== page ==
Naturally, I’ve been a visitor to The Swan many times over the years, but hadn’t seen the hotel’s full renovation which took place in 2018. And boy, was I in for a treat. The place looks absolutely stunning.
Breakfast was included in the room price, and exceeded all expectations. The menu was full of choice, and there was even the option to build your own breakfast plate.
Other options include The Crown a few doors down – though we were sorely disappointed by our dinner there. The Sail Loft is highly regarded, and there are a plethora of cottages available to rent. Or, do as we always did, and reserve a plot at the campsite for a truly authentic experience. Just be warned – it books up fast, so you’ll have to be quick!
What to Do
If you’re looking for an action-packed weekend, Southwold might not be for you. If you’re looking for a quiet amble along the beach, good food and independent shops, then Southwold will be right up your street.
What you do in Southwold depends entirely on the weather – as is the case in most places. Unless you’re visiting between May and September, you’ll need to fill your days with something other than days on the beach. Southwold’s most famous export is Adnams. Originally the creators of beer, Adnams have branched out into creating gins, vodkas and everything in between. The Adnams Brewery and Distillery are both situated close to Southwold’s Lighthouse, and tours operate most days. We opted for the brewery tour as it had been some time since I last did it, and I wanted Georgia to experience the original tour. We booked online for £25 per ticket, which included a full tour of the brewery, and tasting session to finish.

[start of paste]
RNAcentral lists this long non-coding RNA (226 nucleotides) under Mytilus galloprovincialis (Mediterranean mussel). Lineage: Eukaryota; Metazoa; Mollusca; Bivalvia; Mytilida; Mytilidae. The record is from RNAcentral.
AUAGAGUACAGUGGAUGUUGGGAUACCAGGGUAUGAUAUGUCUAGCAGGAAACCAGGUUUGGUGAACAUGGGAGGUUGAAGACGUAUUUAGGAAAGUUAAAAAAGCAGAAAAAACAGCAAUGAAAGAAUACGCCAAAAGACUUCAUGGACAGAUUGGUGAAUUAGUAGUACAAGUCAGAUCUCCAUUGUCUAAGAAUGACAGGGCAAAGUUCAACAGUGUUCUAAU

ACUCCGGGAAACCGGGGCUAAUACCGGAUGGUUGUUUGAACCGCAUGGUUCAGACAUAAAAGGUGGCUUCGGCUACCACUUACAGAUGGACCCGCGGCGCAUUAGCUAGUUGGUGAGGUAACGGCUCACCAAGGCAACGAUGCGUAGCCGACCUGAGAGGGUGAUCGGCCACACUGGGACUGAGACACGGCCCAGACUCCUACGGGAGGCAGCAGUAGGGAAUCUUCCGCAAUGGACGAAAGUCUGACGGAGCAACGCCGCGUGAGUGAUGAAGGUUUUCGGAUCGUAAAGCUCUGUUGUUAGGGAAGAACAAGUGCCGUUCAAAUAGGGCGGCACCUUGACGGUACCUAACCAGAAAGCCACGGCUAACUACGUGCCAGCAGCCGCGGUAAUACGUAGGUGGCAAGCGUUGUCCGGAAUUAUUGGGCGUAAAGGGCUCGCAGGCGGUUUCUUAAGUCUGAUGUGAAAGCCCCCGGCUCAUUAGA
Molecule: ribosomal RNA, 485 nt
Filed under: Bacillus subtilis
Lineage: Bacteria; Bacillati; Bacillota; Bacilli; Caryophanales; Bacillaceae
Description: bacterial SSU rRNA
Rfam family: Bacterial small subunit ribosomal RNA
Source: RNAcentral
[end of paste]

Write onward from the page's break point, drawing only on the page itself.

Aside from drinking Adnams, other things to do in Southwold largely include walking. Take a walk along Southwold Beach towards the harbour, and cross the bridge to visit Walberswick. This small coastal village offers some independent shopping options and eateries, as well as a couple of pubs to drink even more Adnams. In the spring and summer months, the ferry is available to cross the harbour back to Southwold for a small fee and is a handy option if your feet or tired, or you’ve had one too many Broadside’s.